Presentation on theme: "Using Science to Address Environmental Problems Chapter 2."— Presentation transcript:
Using Science to Address Environmental Problems Chapter 2
Problem: Outbreak of Disease Actions that can contribute to outbreaks of infectious diseases are: Global travel Social factors Disruption of Natural Environments Overcrowded conditions in cities Epidemiologists (people who study the ecology of a disease in a population) are establishing links between human health and human activities
Remote Sensing: A means of acquiring information using airborne equipment and techniques to determine the characteristics of an area. Aerial photographs from aircraft and satellite are the most common form of remote sensing. Read how epidemiologists used remote sensing to help with malaria problem. See pages 22 – 23 in text.
Scientific Method Define problem: Establish question to be investigated and research the problem Form a hypothesis Test the hypothesis: set up and perform an experiment. Analyze and interpret data collected to form a conclusion Communicate your results.
Reasoning Scientists use reasoning to discover general principles. Two types: *Inductive reasoning – seeks unifying explanation for the data. Goes from specific to general. *Deductive reasoning – makes relationships among data more apparent. Goes from general to specific.
Theory Can be used to predict the existence of as-yet unobserved things or phenomena. An integrated explanation of numerous hypotheses Example: Cell Theory
Risk The probability of injury, disease, death, or environmental damage under a given set o circumstances. Risk = 0, no riskRisk = 1, high risk In 2002, the population of the US was approximately 283 million. If the American Cancer Society concluded that 170,000 people who smoked died of lung cancer, what is the probability of a US citizen dying of lung cancer? 0.006
Risk Assessment Includes the following: Identification of the hazard Dose-response assessment Assessment of the exposure Characterization of the risk
Toxicity Acute: produces an effect within a short period of a single exposure. Effects range from dizziness and nausea to death and can occur immediately or within several days Chronic: generally produces damage to vital organs, such as kidneys or liver, following long- term, low-level exposure to the chemical. Insecticides used by Saginaw Co., Minnesota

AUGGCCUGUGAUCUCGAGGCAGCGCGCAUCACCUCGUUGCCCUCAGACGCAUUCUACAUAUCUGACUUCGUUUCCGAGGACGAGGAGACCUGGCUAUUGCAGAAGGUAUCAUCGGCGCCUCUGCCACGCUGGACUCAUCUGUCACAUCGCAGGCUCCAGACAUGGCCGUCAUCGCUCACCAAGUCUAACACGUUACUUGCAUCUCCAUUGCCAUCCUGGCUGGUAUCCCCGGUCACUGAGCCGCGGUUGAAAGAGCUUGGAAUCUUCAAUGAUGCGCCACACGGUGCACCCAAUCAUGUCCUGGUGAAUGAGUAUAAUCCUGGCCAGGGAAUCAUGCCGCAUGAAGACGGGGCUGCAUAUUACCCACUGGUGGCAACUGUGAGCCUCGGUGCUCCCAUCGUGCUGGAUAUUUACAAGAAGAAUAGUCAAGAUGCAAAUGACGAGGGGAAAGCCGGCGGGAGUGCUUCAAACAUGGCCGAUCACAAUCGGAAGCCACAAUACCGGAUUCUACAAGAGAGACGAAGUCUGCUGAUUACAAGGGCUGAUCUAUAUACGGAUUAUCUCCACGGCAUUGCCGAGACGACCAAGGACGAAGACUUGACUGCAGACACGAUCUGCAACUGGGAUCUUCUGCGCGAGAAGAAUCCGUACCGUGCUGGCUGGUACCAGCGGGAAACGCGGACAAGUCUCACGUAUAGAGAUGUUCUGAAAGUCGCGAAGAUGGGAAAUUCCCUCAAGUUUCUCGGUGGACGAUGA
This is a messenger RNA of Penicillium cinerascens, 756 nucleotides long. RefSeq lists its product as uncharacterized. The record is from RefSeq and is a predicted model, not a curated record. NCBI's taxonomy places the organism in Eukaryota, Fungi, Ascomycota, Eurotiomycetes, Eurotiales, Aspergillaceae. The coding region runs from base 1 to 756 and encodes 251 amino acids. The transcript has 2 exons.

Lethal Dose LD 50 :What dose is lethal to 50% of a population of test organisms The smaller the LD 50, the more lethal the substance The LD 50 values are lower for children than adults. ChemicalLD 50(mg/kg) administered orally to rats Cocaine17.5 Caffeine200.0
How much caffeine would it take to kill 50% of people weighing 68 kg (150 lbs.)? By means of comparison, a 7 oz cup of coffee has the following caffeine (mg) amounts: Drip 115-175 Espresso 100mg of caffeine 1 serving (1.5-2oz) Brewed 80-135 Instant 65-100 Decaf, brewed 3-4 Decaf, instant 2-3 Tea, iced (12 ozs.) 70 Tea, brewed, imported 60 Tea, brewed, U.S. 40 Tea, instant 30 Approximately 90 cups of Drip coffee.
Dose Response Curve Shows the effect of different does on a population of test organisms. Threshold level: the maximum dose that has no measurable effect on the organisms. ED 50 /LD 50 – Effective dose 50/Lethal dose 50 = the dose that causes 50% of a population to exhibit whatever response is under study
Carcinogens: Any substance known to cause cancer Cancer was traditionally the only disease evaluated in the chemical risk assessment of environmental contaminants Rats and mice often respond differently to the same toxicant It is assumed that one can extrapolate from doses and cancer rates in rates to determine human cancer rates. The body often handles very small doses of carcinogens differently than very large doses. These are usually studied in very large doses.
Risk Assessment of Chemical Mixtures Chemical mixtures can interact by: Additivity – the effect is exactly what one would expect Synergistic – has a greater combined effect than would be expected Antagonistic – has a smaller combined effect than would be expected
Precautionary Principle When a technology or chemical product is suspected of threatening human health or the environment, precautionary measures should be taken even if there is scientific uncertainty about the scope of danger. See text, page 30, right side, Christine Todd Whitman quote.